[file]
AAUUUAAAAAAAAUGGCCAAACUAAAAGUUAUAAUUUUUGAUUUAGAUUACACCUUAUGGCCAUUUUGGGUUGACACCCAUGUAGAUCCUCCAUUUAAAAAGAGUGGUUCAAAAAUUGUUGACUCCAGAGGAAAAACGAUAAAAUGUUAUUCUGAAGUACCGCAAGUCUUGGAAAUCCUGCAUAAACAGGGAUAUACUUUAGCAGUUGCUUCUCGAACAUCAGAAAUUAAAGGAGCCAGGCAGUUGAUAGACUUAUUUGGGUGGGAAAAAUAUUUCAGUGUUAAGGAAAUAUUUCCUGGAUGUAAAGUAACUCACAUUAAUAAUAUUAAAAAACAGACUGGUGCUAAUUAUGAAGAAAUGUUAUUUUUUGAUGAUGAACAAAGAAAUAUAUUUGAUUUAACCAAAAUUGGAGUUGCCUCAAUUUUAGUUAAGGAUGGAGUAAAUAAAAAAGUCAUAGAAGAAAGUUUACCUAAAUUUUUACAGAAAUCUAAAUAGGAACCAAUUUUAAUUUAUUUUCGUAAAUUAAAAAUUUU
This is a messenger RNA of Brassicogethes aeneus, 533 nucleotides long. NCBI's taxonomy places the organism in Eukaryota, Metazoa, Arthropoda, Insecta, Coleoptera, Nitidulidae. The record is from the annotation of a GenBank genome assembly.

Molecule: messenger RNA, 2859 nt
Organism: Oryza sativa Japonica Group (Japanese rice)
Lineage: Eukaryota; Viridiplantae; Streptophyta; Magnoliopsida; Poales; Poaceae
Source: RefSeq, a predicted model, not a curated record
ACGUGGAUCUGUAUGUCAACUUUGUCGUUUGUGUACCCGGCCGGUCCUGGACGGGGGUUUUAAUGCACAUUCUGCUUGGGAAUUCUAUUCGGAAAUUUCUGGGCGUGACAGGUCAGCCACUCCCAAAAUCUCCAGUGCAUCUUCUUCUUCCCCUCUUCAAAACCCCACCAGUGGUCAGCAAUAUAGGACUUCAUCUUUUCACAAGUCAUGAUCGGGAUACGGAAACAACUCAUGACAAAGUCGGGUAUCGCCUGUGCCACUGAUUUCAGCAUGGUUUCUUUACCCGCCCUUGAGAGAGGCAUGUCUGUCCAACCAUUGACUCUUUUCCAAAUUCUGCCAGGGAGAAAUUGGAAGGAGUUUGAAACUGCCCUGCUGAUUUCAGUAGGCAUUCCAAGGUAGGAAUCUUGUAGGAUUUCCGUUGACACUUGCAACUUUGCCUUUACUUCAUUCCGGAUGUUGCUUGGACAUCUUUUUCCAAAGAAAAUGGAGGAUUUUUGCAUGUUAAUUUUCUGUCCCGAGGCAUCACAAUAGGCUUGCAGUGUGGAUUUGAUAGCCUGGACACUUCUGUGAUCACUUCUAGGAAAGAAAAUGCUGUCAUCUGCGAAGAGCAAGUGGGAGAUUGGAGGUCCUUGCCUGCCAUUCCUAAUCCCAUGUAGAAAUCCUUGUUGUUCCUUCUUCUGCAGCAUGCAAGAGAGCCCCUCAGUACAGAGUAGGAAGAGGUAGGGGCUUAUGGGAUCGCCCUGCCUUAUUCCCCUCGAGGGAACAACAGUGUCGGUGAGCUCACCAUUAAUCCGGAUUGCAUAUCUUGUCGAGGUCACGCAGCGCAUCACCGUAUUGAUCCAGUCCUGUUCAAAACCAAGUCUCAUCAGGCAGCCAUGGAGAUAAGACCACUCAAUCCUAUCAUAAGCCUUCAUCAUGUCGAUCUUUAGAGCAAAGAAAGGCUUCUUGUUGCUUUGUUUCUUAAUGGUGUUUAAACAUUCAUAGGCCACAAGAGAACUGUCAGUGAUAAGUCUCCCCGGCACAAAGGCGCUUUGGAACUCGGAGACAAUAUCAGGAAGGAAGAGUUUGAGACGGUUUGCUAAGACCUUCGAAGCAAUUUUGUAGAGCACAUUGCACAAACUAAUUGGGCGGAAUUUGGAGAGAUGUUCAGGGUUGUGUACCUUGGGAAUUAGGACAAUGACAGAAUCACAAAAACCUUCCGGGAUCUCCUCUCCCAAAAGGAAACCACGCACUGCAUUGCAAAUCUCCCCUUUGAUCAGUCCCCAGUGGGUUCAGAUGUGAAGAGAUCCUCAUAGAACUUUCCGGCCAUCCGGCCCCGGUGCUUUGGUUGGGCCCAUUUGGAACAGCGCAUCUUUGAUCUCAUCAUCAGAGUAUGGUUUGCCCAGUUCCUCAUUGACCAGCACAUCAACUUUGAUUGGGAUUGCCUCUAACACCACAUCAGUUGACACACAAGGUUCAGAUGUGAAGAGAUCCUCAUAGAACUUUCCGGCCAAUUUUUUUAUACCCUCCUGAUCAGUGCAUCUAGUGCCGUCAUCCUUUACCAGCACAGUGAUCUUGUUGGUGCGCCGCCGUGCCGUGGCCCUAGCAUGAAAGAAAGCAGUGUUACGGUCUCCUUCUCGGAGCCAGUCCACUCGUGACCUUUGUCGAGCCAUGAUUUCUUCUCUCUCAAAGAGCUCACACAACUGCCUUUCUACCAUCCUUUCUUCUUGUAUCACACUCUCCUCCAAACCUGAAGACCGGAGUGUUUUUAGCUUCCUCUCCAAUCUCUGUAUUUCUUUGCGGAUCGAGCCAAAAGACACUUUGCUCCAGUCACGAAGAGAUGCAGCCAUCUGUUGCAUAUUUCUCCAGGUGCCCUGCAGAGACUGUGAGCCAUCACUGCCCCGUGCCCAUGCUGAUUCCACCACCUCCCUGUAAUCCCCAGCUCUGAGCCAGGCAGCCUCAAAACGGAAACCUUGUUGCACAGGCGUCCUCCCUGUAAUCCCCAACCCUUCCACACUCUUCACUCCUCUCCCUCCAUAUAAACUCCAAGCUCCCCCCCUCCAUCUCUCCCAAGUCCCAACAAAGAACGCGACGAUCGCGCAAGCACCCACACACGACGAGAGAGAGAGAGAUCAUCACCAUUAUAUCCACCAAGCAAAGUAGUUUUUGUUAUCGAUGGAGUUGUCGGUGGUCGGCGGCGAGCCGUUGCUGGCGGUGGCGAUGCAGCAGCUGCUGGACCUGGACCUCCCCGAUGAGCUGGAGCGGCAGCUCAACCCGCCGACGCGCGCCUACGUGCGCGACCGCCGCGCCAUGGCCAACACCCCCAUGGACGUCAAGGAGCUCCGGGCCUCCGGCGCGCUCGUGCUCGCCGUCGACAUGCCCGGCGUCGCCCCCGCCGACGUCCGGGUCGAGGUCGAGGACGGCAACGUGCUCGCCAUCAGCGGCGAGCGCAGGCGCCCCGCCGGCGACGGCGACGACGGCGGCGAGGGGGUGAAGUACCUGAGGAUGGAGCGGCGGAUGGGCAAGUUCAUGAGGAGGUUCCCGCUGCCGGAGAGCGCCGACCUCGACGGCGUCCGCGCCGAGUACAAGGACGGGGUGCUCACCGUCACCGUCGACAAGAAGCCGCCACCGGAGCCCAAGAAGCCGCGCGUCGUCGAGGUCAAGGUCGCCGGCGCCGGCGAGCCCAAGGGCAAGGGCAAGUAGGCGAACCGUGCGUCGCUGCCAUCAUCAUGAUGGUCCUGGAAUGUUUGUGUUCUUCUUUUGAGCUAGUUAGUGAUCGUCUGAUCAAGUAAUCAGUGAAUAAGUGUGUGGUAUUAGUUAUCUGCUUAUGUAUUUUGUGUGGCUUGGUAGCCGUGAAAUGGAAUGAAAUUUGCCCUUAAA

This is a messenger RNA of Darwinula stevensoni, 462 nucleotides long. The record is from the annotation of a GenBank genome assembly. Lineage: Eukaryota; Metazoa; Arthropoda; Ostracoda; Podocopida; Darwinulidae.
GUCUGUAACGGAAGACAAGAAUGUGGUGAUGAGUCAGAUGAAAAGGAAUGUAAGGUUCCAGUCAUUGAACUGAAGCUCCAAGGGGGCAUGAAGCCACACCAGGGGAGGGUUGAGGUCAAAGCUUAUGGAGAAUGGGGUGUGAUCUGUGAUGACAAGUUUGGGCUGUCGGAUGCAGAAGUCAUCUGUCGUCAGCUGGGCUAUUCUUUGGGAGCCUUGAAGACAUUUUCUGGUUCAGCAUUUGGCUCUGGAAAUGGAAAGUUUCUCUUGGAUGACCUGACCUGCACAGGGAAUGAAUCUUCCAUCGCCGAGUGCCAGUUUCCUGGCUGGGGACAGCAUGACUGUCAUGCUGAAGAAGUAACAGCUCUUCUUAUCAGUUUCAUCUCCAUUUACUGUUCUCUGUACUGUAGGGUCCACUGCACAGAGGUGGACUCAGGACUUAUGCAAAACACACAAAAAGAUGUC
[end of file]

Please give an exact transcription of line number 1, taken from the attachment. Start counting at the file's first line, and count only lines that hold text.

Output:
AAUUUAAAAAAAAUGGCCAAACUAAAAGUUAUAAUUUUUGAUUUAGAUUACACCUUAUGGCCAUUUUGGGUUGACACCCAUGUAGAUCCUCCAUUUAAAAAGAGUGGUUCAAAAAUUGUUGACUCCAGAGGAAAAACGAUAAAAUGUUAUUCUGAAGUACCGCAAGUCUUGGAAAUCCUGCAUAAACAGGGAUAUACUUUAGCAGUUGCUUCUCGAACAUCAGAAAUUAAAGGAGCCAGGCAGUUGAUAGACUUAUUUGGGUGGGAAAAAUAUUUCAGUGUUAAGGAAAUAUUUCCUGGAUGUAAAGUAACUCACAUUAAUAAUAUUAAAAAACAGACUGGUGCUAAUUAUGAAGAAAUGUUAUUUUUUGAUGAUGAACAAAGAAAUAUAUUUGAUUUAACCAAAAUUGGAGUUGCCUCAAUUUUAGUUAAGGAUGGAGUAAAUAAAAAAGUCAUAGAAGAAAGUUUACCUAAAUUUUUACAGAAAUCUAAAUAGGAACCAAUUUUAAUUUAUUUUCGUAAAUUAAAAAUUUU